Obviously this notion of unequal representation and influence on government is nothing new. For example, in his theory of democratic elitism, Max Weber reasoned that direct democracy is impossible in large-scale societies like the United States. Representative multiparty democracies help defend against arbitrary decision making by leadership and against the monopolization of power by any one group. However, Weber conceded, even in these systems, rule by elites is inevitable. Our best hope, according to Weber, is that ruling elites will enact policy that is consistent with the collective interests of the rest of us relatively voiceless masses. Building on Weber's theory, economist Joseph Schumpeter more optimistically, but still cautiously, argued that modern democracies only offer voters the opportunity to replace one political leader or party with another. Because of this, Schumpeter deduced, politicians are at least minimally responsive to the demands of the electorate as they need to secure votes to stay in office.
During both Weber's and Schumpeter's time, the late nineteenth and early twentieth centuries, economically prosperous people certainly had a hand in politics. However, these two perhaps never foresaw a time when the ruling elite would choose to almost completely shape policy from the outsides of formal government. Instead of directly assuming positions of government power and vying for votes, as was the historical norm in the United States, the elite would use their financial wherewithal to externally shape legislative, executive, and judicial decisions in their interests. Typically, these interests involve the preservation of a status quo that secured to them economic windfalls at the expense of the populous. Thus, the electorate to whom politicians are most responsive in contemporary times are those very same types of people who used to control government from the inside.
Beginning in the mid-to-late twentieth century, what the increasingly powerful corporate elite effectively happened upon was a backdoor to American politics that offered them all the benefits of leadership without the hassle of bureaucratic red tape. The beauty of this backdoor approach was, because of their non-governmental status, the corporate elite could not only control politics through their enormous financial resources, they could also place limitations on the actions of others without being beholden to an electorate or running afoul of the political constraints and constitutional safeguards that typically reign in formal government actions. Thus, the corporate elite have now taken on a quasi-governmental status without the political accountability that goes with formal governance. What is even more disconcerting is that they also control the electronic and print media — the primary outlets through which we may "freely" exercise speech that would be potentially critical of the leadership that their campaign contributions elected and the leadership that subsequently allows them to run amok.
In our technology-driven nation of 280 million people, speech that threatens governmental policy and the system's legitimacy are no longer going to come from a disenchanted reverend in the village square. In order to muster up the public interest necessary to trigger a viable challenge to the status quo in today's society, access to mass media is an absolute must. Toward preventing the possibility of such challenges, in exchange for seemingly unfettered and unpoliced access to outrageous and increasingly disparate material rewards, corporate elites now quietly police many of those areas where the formal government is constitutionally hindered from restricting public access. This relatively new corporate backdoor has ensured is that no one will be able to, without restraint, challenge or be significantly critical of government unless it is in corporate interests to have this voice heard.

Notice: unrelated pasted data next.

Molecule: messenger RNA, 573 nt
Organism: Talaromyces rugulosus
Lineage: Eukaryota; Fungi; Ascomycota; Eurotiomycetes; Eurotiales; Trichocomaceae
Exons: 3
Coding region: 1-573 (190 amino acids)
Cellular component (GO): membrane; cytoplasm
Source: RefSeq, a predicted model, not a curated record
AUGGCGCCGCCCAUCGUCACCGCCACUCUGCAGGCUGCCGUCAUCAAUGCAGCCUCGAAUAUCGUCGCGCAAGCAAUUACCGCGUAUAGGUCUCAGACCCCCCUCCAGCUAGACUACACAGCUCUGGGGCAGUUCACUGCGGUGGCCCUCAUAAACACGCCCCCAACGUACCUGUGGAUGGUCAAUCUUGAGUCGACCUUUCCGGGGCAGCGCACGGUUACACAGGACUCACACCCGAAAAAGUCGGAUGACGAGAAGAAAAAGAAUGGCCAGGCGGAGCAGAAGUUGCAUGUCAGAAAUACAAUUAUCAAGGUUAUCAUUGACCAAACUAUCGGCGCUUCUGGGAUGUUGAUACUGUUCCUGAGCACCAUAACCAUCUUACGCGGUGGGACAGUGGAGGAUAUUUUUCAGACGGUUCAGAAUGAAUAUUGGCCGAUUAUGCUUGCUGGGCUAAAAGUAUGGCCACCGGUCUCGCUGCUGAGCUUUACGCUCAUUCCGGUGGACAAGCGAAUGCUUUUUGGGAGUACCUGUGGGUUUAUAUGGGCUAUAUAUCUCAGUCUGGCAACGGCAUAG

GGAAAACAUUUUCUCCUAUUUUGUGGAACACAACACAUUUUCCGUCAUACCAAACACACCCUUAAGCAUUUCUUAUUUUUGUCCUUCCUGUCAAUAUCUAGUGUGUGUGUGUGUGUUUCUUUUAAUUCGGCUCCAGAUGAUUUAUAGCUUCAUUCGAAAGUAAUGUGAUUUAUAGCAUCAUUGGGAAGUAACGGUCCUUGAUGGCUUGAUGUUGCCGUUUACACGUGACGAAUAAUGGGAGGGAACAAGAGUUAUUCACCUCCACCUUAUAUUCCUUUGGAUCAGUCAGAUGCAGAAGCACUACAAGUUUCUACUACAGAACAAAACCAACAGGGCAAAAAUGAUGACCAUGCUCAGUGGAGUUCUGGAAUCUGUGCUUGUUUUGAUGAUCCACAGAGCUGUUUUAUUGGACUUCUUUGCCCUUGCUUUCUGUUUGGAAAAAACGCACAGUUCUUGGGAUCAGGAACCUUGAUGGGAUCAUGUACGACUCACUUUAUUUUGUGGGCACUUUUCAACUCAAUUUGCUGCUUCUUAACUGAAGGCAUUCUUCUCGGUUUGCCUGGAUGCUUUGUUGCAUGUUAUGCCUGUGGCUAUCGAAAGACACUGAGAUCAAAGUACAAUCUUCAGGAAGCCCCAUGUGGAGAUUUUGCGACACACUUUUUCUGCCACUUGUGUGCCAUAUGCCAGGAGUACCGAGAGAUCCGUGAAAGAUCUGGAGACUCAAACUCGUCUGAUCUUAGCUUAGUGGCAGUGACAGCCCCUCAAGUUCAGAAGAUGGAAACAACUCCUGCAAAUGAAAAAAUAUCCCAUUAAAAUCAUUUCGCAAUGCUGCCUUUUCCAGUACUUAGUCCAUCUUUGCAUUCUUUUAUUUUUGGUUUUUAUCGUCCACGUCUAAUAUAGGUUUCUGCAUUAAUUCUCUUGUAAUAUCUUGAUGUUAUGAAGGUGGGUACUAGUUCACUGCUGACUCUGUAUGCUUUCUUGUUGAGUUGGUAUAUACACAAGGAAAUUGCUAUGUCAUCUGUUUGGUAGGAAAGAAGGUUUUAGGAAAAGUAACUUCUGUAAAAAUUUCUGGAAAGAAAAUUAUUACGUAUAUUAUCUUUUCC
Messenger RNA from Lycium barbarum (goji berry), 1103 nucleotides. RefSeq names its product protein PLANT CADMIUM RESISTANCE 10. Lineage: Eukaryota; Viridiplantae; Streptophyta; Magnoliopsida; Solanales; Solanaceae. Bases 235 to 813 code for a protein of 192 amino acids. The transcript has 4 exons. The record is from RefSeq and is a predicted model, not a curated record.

Among these new domains of corporate power is that of policing "dangerous" speech. As evidenced by the swift, certain, and severe backlash directed at those critical of our foreign and domestic policies in the wake of September 11, it is now corporate America leading the charge to silence political dissidents, not the government. Certainly, the government has received some limited criticism for its seeming suspension of due process for those accused or suspected of terrorism, but the government did not do much to silence these critics. Rather, corporate America has moved much more aggressively than the government to mute those openly critical of our response to the terrorist attacks. Like the politicians who personally opposed the draconian drug laws enacted in the 1980s but who voted in favor of these laws for fear of seeming soft on crime, corporate officials seem to feel that it would be financial suicide to allow rational voices critical of US policy to grace the airwaves.
The plight of Bill Maher drives this point home. For those unfamiliar with his work, Maher is a former stand-up comedian turned professional political satirist and talk show host. His late-night show, Politically Incorrect, originally part of the repertoire of cable TV's Comedy Central, was aired by ABC affiliates. From its inception, the show's creed was a critical but humorous discussion of politics. The show appeared to be pushing along fine — a seemingly wise investment. However, on September 17, 2001, less than one week after the attacks, and in response to another panelist on the program, on-air Maher commented:
But also we should [blame ourselves for other nations' animosity toward the United States] — we have been the cowards lobbing cruise missiles from 2,000 miles away. That's cowardly. Staying in the airplane when it hits the building, say what you want about it, it's not cowardly. You're right.
Needless to say, news of Maher's comment spread like summer wildfires and, at the highest point of post-terrorism patriotic fervor, elicited widespread, largely negative high-profile response. The day after Maher's comment White House spokesman Ari Fleisher lamented, "There are reminders to all Americans that they need to watch what they do, and this is not a time for remarks like that; there never is." Fleisher later implied that Maher and his program were just as reprehensible as the terrorists who attacked the World Trade Center. While Fleisher's official reaction is noteworthy in and of itself, in reality it lacked teeth. Fleisher's disdain on behalf of the White House was duly noted; however, it did little to affect the fate of the show.